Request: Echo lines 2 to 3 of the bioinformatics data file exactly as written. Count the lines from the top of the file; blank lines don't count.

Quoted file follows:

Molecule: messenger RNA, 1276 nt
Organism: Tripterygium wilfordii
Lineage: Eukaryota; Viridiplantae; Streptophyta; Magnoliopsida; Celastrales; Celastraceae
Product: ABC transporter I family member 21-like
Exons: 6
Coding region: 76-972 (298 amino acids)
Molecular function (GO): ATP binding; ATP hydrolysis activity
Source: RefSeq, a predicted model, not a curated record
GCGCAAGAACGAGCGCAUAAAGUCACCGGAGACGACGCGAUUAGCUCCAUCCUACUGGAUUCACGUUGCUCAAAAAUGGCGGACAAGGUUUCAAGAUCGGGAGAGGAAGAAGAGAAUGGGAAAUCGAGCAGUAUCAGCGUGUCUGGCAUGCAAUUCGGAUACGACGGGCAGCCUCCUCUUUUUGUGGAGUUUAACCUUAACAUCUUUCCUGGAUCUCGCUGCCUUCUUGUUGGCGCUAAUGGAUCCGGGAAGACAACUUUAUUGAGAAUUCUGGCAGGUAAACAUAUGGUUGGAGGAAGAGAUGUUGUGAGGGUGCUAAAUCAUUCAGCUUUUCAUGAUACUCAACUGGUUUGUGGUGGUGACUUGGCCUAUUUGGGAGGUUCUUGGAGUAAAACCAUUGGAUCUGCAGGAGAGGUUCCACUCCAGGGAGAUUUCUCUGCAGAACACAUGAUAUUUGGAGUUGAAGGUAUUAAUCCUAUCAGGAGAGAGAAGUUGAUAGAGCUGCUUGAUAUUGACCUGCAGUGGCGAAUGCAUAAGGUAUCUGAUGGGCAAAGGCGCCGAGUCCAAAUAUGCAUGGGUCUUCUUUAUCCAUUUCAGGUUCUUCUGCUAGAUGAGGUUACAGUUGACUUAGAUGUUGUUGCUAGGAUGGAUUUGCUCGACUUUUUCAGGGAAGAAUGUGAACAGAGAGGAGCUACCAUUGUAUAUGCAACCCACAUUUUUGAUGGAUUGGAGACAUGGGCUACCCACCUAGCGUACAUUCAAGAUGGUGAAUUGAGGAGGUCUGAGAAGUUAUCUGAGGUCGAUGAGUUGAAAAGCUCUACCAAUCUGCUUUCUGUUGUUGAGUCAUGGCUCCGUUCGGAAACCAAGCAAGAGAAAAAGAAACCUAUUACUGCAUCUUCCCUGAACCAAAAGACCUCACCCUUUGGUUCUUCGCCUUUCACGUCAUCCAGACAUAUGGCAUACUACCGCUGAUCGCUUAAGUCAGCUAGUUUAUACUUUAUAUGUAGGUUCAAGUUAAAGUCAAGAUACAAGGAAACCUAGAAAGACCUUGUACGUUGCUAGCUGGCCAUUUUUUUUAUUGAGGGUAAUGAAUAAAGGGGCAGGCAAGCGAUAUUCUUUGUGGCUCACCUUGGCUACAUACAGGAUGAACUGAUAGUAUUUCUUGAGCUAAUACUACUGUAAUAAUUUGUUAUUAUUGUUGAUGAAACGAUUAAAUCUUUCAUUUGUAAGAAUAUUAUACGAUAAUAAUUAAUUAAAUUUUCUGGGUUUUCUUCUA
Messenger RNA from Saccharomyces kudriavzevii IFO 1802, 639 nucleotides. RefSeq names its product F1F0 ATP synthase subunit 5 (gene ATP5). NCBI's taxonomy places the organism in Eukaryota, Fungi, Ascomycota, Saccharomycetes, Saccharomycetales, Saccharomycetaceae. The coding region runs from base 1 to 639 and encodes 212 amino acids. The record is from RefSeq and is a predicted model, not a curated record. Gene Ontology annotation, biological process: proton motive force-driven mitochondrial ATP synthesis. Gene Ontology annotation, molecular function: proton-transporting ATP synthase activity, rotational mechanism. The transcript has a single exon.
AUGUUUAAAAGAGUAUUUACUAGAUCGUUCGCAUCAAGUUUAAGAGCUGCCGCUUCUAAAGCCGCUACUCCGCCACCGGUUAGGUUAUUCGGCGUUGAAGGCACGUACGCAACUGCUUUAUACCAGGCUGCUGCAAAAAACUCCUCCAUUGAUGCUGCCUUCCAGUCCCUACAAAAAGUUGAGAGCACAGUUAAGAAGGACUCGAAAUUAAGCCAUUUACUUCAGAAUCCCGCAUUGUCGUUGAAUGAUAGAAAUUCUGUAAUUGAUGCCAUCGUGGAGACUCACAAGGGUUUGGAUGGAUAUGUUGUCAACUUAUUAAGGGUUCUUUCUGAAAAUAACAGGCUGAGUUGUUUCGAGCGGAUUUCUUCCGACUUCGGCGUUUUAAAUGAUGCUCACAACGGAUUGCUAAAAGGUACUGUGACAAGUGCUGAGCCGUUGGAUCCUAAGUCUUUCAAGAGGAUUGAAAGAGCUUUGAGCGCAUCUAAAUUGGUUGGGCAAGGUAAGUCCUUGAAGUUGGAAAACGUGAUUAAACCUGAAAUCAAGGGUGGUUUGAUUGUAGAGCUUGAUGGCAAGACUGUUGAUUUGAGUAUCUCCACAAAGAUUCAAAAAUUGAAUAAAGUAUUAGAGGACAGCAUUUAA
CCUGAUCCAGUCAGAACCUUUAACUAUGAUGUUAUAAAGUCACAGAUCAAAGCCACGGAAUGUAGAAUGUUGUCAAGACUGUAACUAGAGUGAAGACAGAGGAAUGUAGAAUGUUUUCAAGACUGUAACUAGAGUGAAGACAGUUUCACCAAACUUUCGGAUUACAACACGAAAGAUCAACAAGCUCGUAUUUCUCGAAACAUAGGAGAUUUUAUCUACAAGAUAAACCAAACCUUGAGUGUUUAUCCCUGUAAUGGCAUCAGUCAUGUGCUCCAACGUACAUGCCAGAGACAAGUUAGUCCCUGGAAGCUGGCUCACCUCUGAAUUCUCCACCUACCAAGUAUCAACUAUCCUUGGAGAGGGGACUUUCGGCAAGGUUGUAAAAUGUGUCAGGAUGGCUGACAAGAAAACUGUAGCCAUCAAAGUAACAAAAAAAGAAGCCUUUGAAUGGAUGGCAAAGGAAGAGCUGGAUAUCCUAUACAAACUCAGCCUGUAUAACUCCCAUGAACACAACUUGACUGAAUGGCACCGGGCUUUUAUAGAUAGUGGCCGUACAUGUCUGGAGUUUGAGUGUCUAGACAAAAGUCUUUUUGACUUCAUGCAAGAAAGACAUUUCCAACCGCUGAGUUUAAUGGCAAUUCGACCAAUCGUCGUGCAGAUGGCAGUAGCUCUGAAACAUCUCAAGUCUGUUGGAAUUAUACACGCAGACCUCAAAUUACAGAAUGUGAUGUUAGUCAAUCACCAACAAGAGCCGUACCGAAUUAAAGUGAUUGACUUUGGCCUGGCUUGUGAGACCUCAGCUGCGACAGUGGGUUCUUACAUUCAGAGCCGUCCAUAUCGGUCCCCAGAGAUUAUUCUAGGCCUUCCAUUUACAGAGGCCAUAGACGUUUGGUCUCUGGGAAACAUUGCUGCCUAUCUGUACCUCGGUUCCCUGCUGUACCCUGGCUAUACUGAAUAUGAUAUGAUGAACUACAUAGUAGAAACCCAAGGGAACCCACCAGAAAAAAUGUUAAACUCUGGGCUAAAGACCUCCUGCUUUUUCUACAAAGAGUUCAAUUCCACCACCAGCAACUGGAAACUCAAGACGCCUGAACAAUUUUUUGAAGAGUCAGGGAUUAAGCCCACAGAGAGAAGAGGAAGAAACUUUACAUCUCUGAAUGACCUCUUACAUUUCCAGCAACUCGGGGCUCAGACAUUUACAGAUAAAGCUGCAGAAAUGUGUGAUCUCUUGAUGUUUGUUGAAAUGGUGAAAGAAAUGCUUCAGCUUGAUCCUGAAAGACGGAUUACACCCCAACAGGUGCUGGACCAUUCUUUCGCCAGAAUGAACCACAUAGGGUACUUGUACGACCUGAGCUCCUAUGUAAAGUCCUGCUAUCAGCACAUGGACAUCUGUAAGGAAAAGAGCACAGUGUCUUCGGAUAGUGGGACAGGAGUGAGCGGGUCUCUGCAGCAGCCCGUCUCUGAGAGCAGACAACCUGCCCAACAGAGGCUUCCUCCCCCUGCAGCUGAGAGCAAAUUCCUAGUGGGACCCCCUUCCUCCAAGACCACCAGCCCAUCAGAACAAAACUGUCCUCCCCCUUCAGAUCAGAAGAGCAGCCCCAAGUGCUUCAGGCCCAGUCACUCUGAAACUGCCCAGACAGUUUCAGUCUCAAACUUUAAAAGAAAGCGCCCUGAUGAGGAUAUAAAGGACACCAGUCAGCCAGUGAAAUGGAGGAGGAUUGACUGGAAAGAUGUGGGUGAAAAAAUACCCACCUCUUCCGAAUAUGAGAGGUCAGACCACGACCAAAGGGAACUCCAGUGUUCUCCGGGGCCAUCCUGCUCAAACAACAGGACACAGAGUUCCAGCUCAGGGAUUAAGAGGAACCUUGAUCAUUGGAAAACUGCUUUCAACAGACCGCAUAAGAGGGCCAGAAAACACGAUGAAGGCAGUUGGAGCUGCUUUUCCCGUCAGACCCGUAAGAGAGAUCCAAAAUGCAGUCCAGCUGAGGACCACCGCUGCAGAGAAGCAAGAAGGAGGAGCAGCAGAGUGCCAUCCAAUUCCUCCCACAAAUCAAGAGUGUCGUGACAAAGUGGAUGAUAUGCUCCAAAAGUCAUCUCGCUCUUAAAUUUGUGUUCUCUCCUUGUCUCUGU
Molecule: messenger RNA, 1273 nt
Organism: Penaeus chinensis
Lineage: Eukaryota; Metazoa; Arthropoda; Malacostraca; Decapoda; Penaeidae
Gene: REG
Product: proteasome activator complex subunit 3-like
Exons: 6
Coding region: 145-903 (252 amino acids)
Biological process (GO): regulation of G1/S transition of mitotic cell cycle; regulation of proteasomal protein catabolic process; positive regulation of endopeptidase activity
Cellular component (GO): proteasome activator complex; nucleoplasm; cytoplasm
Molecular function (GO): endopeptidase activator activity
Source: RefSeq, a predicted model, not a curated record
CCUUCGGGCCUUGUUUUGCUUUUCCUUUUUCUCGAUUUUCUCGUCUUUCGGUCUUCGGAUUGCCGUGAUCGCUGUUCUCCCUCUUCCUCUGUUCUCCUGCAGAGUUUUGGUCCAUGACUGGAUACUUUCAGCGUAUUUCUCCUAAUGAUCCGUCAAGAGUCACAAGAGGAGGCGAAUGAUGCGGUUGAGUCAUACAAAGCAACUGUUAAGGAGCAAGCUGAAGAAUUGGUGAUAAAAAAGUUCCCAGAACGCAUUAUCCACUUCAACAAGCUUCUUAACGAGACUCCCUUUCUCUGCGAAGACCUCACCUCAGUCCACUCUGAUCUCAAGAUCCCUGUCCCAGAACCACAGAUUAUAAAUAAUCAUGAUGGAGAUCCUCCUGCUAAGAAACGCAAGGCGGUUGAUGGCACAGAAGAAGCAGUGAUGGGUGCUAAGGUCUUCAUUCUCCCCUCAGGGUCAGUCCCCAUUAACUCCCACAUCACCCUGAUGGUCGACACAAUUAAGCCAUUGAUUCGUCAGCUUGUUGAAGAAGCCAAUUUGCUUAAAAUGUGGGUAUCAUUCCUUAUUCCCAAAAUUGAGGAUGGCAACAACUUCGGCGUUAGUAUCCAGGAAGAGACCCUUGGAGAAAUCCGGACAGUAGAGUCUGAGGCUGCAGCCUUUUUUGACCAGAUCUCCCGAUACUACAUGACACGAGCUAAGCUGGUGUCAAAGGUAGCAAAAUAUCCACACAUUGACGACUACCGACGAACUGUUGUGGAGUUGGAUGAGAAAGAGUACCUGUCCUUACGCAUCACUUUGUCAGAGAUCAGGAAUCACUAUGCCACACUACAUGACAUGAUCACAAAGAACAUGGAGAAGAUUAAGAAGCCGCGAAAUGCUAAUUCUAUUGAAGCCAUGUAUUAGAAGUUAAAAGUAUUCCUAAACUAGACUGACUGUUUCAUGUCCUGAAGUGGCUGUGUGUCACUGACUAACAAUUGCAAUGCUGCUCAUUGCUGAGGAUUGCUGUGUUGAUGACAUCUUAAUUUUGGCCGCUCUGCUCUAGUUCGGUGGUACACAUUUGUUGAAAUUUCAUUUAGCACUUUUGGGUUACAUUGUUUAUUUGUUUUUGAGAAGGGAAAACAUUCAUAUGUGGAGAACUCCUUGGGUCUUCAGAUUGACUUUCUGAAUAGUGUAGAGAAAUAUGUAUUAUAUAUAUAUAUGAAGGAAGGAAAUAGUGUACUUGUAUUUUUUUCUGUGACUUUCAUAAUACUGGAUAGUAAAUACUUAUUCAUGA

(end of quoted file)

Organism: Tripterygium wilfordii
Lineage: Eukaryota; Viridiplantae; Streptophyta; Magnoliopsida; Celastrales; Celastraceae